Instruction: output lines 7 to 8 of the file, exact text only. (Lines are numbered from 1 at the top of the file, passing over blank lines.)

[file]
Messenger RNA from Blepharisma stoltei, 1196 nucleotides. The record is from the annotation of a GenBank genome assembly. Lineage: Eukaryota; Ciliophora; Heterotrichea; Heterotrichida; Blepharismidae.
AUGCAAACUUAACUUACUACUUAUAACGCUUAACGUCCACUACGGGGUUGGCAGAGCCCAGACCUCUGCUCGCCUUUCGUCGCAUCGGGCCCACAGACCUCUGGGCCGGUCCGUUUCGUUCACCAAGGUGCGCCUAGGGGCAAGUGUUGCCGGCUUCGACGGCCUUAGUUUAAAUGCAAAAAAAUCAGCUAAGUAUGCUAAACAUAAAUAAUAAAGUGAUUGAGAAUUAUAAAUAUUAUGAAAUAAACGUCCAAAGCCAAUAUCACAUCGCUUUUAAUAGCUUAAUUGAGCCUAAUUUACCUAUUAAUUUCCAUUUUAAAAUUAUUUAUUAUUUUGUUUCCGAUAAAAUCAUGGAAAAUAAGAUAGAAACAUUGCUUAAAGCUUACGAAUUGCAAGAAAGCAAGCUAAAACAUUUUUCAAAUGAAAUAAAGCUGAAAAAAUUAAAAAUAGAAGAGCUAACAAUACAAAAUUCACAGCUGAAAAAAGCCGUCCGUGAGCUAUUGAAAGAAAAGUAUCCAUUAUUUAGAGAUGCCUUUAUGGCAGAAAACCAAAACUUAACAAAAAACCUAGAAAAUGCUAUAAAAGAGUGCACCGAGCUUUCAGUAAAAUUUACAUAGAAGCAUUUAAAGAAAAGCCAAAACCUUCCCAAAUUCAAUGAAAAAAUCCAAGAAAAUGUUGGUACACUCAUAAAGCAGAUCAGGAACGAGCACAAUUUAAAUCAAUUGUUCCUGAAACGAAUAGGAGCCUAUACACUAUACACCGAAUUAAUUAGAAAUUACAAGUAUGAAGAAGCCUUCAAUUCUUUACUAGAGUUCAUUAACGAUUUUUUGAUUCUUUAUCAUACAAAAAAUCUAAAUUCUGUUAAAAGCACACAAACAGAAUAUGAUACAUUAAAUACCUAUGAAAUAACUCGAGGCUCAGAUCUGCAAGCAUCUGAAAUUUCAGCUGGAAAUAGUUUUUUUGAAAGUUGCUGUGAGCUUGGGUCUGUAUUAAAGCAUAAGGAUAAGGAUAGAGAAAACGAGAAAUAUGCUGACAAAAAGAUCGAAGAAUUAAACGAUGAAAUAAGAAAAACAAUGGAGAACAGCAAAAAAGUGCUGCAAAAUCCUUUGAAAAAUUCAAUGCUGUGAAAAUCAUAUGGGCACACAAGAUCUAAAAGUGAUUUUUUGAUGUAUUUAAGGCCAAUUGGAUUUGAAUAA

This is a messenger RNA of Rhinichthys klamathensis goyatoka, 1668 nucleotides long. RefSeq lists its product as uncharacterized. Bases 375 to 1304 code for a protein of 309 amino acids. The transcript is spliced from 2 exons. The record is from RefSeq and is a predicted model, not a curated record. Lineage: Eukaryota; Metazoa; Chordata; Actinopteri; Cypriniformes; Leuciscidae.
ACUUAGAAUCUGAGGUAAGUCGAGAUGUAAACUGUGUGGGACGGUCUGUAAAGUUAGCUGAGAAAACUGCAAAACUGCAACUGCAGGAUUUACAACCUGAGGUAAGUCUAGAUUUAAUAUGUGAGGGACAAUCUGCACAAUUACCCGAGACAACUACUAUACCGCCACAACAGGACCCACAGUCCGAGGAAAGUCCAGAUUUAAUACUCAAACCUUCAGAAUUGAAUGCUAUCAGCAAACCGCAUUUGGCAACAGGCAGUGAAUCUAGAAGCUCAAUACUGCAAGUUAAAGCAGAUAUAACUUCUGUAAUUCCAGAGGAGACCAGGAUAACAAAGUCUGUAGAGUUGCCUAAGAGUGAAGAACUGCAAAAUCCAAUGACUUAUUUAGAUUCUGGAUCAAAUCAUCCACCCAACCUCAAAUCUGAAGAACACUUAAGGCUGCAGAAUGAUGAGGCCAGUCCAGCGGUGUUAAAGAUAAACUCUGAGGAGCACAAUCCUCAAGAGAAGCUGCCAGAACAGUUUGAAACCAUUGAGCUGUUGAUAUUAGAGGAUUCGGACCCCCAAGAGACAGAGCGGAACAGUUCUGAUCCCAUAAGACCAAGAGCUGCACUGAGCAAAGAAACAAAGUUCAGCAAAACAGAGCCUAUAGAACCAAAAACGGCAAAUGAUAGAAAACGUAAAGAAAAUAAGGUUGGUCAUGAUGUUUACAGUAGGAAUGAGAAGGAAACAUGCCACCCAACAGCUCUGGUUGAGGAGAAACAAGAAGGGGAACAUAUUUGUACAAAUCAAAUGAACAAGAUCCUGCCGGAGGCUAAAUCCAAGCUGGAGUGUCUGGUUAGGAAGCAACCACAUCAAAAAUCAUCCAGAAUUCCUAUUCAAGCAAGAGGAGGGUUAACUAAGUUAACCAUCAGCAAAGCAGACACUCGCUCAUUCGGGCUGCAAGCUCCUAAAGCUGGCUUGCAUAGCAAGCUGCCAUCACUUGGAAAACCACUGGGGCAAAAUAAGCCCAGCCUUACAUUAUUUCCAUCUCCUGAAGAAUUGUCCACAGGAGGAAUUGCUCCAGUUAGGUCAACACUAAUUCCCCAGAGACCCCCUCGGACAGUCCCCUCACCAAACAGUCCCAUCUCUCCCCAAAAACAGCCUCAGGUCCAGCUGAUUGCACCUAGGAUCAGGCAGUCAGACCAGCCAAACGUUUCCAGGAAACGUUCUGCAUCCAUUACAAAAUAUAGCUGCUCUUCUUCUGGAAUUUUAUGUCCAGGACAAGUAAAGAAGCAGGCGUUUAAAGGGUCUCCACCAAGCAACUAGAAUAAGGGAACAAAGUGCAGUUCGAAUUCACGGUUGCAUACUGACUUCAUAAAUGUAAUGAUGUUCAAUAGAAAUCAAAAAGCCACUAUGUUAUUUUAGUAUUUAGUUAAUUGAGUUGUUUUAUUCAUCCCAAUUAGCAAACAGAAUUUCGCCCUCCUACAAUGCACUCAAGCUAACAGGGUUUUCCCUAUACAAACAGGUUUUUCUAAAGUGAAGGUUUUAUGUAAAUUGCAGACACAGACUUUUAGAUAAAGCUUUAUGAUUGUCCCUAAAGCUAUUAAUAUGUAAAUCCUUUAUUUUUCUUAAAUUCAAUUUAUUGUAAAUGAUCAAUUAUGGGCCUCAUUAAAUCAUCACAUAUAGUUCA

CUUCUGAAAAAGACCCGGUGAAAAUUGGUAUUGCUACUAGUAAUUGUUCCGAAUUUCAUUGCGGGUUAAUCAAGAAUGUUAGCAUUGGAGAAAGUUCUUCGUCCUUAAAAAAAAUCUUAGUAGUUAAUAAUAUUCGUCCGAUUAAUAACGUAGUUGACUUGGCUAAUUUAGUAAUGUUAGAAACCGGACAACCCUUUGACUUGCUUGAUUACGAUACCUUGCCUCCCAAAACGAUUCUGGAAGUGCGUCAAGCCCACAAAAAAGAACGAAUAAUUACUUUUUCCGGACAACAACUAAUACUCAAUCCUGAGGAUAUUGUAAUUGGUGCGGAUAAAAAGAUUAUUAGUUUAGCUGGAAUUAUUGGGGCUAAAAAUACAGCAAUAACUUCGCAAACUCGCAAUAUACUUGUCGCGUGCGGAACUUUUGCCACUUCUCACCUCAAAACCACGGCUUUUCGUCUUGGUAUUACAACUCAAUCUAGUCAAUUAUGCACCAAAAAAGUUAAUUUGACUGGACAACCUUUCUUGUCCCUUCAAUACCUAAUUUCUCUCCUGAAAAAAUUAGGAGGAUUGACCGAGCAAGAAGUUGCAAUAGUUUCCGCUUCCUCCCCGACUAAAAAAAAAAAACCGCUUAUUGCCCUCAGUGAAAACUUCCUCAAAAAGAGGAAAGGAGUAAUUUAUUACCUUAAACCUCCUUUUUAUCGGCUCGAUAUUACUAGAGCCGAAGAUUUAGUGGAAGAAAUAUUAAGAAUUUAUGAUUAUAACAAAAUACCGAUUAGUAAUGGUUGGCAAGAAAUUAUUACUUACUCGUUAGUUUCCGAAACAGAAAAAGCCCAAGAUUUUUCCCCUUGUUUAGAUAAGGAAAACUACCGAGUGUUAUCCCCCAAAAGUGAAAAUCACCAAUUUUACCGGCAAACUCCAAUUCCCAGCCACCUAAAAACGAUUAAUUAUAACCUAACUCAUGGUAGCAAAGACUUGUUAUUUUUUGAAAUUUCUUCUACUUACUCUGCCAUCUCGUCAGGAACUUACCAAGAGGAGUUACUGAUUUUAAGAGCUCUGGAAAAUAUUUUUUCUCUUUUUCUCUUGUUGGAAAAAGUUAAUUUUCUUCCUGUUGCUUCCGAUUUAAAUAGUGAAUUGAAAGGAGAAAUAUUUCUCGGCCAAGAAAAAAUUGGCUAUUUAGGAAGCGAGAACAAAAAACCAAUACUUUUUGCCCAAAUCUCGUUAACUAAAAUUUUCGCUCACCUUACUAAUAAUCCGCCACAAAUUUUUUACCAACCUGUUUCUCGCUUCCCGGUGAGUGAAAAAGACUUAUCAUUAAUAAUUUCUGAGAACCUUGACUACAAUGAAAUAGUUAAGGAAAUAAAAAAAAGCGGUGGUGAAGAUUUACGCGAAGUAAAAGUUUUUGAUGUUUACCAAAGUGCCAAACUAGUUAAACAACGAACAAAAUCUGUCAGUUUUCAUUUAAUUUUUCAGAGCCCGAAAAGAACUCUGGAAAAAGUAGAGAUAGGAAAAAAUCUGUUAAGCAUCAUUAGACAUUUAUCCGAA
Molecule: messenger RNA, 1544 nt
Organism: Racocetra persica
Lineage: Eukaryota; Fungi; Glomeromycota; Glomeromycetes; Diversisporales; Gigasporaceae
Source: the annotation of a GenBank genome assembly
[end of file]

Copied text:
Organism: Racocetra persica
Lineage: Eukaryota; Fungi; Glomeromycota; Glomeromycetes; Diversisporales; Gigasporaceae